Tennis Industry magazine

 

Building Boom

The upsurge in tennis is providing more building and renovating opportunities, but court builders need to market themselves now.

By Mary Helen Sprecher

Tennis is surging in this country, and builders and suppliers in the tennis court market are already seeing harbingers of that growth, particularly at the parks and recreation level, where many new players will be starting out.

“We have seen a huge increase in inquiries and construction in the park and rec departments, as well as the school markets, since the end of the third quarter of 2007,” says Rick Burke of Chattanooga, Tenn.-based NGI Sports Inc. “The first quarter of ‘08 has already shown to be more active than the past with inquiries for tennis court reconstruction for these areas up over 300 percent.”

tennis court construction

Fred Manchester of Manchester Tennis Courts in Lexington, S.C., has noticed an uptick in requests for bids not just in new construction, but in reconstruction of existing facilities — a better sign than wanting to turn tennis courts into basketball courts or playgrounds. “In the past three months, I have seen requests for bids from seven different government sources,” says Manchester. “These projects have ranged from top dressing to hard-court resurfacing, to asphalt overlays to new construction to enlarge existing facilities.”

Those interested in renovating or building new public courts have been calling places like the American Sports Builders Association and requesting construction documents. “Tennis is on the right track,” says Carol Hogan, executive vice president of the ASBA. “Finally.”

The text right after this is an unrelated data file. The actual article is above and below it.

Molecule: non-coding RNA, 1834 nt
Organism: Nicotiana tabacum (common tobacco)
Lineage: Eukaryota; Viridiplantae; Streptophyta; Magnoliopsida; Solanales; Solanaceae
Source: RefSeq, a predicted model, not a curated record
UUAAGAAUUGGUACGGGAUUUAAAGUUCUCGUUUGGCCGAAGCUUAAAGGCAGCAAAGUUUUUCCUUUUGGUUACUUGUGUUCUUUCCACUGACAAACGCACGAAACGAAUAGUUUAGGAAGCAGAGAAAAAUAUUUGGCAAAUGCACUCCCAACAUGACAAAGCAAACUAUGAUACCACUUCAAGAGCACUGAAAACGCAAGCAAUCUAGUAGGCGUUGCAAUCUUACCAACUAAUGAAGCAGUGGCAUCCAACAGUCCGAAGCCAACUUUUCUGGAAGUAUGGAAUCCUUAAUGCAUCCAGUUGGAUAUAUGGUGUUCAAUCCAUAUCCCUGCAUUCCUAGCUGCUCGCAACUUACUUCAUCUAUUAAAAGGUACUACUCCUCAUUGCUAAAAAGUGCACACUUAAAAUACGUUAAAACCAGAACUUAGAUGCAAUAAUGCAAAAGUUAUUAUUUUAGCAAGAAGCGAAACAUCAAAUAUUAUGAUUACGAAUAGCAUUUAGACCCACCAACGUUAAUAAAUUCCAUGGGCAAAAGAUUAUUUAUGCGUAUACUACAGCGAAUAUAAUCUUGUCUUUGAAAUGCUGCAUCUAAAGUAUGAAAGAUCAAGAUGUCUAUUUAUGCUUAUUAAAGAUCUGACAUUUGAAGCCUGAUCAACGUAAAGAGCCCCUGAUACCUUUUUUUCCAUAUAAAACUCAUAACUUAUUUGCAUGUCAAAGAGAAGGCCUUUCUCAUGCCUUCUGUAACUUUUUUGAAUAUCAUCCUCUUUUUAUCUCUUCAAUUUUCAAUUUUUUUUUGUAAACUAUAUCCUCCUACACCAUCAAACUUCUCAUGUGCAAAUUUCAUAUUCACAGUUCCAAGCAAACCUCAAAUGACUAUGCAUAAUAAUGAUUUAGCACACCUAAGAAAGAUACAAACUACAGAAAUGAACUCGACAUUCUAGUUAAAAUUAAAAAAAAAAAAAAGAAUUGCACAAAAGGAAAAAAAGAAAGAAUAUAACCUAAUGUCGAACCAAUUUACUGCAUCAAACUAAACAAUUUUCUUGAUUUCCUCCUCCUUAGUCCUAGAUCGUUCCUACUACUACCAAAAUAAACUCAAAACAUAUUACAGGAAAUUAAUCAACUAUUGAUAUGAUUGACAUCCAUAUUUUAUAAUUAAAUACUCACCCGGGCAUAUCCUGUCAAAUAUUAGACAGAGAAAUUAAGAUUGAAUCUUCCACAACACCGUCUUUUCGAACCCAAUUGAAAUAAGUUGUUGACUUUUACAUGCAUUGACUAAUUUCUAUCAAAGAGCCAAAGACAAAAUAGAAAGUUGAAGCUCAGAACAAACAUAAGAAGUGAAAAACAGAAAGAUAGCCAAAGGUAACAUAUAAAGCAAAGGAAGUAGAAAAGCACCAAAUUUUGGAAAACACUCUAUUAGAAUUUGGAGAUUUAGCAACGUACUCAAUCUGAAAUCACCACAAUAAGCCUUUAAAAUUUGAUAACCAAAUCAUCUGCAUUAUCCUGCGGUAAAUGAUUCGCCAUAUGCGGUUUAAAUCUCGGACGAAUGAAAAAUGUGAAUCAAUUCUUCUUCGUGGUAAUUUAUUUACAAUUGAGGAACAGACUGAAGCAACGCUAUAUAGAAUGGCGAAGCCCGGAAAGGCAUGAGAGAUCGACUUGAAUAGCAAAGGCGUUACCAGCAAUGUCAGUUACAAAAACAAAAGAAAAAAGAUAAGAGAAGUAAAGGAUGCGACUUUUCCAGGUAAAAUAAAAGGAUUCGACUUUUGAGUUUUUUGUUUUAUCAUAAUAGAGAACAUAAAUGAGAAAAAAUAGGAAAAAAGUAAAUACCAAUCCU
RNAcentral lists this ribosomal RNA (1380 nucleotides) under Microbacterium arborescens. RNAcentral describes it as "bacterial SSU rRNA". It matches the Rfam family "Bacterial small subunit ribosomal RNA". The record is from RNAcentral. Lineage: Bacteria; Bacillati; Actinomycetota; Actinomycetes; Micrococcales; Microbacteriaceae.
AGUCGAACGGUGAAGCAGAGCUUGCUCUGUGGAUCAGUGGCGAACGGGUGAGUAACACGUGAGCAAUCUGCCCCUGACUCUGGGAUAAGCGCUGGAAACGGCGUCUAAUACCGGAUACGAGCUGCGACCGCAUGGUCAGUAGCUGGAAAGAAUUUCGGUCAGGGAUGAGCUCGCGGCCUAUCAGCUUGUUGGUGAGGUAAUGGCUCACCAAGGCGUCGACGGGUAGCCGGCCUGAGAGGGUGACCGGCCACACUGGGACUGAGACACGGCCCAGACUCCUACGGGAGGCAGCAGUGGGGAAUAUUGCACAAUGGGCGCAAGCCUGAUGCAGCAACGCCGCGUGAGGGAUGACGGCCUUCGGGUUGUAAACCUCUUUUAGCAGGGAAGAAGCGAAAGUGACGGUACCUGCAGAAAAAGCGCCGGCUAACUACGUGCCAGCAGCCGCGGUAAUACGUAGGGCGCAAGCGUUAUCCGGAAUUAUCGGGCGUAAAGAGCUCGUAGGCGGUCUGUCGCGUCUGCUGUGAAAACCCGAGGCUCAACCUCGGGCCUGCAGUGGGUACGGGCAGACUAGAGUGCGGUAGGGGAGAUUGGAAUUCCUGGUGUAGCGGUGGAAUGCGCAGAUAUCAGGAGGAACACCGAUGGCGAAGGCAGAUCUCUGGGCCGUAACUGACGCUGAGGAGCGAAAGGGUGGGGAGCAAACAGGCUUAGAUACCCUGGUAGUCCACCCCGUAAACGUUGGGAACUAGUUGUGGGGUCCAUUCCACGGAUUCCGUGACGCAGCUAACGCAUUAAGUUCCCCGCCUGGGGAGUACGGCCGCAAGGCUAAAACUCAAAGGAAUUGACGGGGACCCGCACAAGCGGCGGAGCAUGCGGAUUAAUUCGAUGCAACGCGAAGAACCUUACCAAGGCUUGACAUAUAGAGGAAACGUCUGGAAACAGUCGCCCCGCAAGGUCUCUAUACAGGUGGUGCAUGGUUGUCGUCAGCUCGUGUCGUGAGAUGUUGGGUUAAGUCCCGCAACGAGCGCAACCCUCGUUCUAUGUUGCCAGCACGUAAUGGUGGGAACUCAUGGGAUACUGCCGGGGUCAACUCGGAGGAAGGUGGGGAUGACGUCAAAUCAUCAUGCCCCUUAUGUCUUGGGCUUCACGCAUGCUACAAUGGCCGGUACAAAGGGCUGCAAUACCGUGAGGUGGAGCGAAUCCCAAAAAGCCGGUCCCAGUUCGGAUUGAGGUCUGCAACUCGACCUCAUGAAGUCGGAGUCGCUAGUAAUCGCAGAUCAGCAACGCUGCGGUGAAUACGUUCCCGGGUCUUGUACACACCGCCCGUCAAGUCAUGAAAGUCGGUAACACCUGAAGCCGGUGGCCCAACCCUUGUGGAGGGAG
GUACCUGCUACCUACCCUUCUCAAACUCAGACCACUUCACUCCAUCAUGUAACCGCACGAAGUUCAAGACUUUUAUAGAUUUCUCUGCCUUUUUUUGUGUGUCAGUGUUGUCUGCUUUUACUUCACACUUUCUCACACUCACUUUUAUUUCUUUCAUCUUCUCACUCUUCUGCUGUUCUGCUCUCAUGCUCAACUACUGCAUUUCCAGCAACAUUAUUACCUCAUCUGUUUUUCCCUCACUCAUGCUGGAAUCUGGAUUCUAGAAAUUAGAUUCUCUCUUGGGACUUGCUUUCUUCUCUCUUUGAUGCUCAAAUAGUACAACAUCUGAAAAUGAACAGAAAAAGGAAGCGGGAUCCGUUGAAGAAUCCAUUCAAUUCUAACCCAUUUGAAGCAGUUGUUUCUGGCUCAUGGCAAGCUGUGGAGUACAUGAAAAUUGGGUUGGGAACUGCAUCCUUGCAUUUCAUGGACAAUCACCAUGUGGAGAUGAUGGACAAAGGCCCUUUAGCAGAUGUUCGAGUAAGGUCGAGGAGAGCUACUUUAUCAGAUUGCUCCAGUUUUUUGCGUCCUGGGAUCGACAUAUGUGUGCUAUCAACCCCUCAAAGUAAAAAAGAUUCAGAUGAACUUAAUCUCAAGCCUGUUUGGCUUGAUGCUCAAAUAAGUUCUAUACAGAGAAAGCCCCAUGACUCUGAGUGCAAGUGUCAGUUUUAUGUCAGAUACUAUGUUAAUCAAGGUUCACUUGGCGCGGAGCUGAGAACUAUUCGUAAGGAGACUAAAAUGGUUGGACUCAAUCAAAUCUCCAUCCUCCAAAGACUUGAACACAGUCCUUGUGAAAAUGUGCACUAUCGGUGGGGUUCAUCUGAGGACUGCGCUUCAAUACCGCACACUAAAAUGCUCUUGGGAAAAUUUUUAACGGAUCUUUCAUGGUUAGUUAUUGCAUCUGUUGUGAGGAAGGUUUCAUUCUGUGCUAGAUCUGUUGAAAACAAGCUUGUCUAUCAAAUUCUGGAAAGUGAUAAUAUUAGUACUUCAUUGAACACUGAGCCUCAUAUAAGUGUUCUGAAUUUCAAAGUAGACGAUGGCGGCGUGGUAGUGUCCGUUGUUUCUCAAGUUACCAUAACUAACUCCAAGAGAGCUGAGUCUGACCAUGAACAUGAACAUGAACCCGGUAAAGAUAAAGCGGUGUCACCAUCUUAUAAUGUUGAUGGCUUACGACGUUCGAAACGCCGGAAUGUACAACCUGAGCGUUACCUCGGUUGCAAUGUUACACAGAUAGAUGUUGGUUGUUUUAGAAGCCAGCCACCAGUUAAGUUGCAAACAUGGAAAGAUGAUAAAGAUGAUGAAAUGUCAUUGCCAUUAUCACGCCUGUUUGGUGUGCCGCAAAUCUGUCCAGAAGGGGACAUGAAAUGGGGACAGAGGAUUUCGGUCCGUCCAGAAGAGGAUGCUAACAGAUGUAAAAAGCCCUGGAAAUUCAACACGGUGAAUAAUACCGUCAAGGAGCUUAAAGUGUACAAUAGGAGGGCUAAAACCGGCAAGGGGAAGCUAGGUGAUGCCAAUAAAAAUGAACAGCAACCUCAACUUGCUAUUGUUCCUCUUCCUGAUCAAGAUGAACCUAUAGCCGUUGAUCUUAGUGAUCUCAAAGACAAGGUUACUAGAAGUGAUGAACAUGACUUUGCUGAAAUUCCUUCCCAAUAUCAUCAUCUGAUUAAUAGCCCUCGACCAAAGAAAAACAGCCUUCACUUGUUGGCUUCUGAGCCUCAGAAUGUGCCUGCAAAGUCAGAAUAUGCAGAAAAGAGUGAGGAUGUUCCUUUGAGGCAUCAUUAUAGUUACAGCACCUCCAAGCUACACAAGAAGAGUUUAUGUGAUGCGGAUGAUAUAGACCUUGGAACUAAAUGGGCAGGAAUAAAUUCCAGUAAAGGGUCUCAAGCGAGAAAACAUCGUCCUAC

Making It Happen

The bad news? There is no real bad news — just a caveat, really. Those who want to take advantage of the new wave need to start now — not next season, not in the off-season and certainly not “some day.”

Richard Zaino of Zaino Tennis Courts in Orange, Calif., says his company regularly reaches out to municipalities — without asking for a return.

“We advertise and make available guidelines and specifications to the cities and schools for repairs, resurfacing and construction,” Zaino says. “We provide these free to the owners along with inspections and budget costs.” Zaino also provides recommendations and information to homeowners’ associations, but believes he “could be more proactive in promoting the game.”

If promoting the game itself seems to be outside the job description of builders and suppliers, think of the trickle-down effect: With more courts being built and rehabbed at high schools, colleges, then at homes, there will be more players (not to mention more work for builders). Then, how about more Grand Slam winners coming from the U.S.? The possibilities are there.

“We in the industry would do well to contact all types of entities to help promote tennis,” says Jonnie Deremo of General Acrylics Inc. in Phoenix. Deremo believes contractors should reach out to city councils, parks and recs, non-profit youth programs, school athletic directors, police athletic leagues, fresh-air fund camps and more.

“I think the biggest thing we all can do now is to talk about our success and think tennis as we plan meetings, promote social events and our own activities,” says John Welborn of Lee Tennis in Charlottesville, Va. “If, knowing what we know, we are not playing more and more tennis, we don’t have any chance of influencing others for the game.

“As a company, we live and breathe tennis. You have to live it to fan the flame.”


Making It Happen for You

To keep tennis on the upswing, court builders need to make sure they continue to market themselves to schools, cities and more. Here are some hints from successful builders.


Making It Happen for Tennis

helping to market the game of tennis, builders and suppliers can greatly influence the number of players in this country.

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About the Author

Mary Helen Sprecher  is the managing editor of Sports Destinations Management Magazine, a niche business-to-business publication for planners of sports travel events, in addition to being an RSI Contributing Editor. She is the technical writer for the American Sports Builders Association and works as a newspaper reporter in Baltimore City.

 

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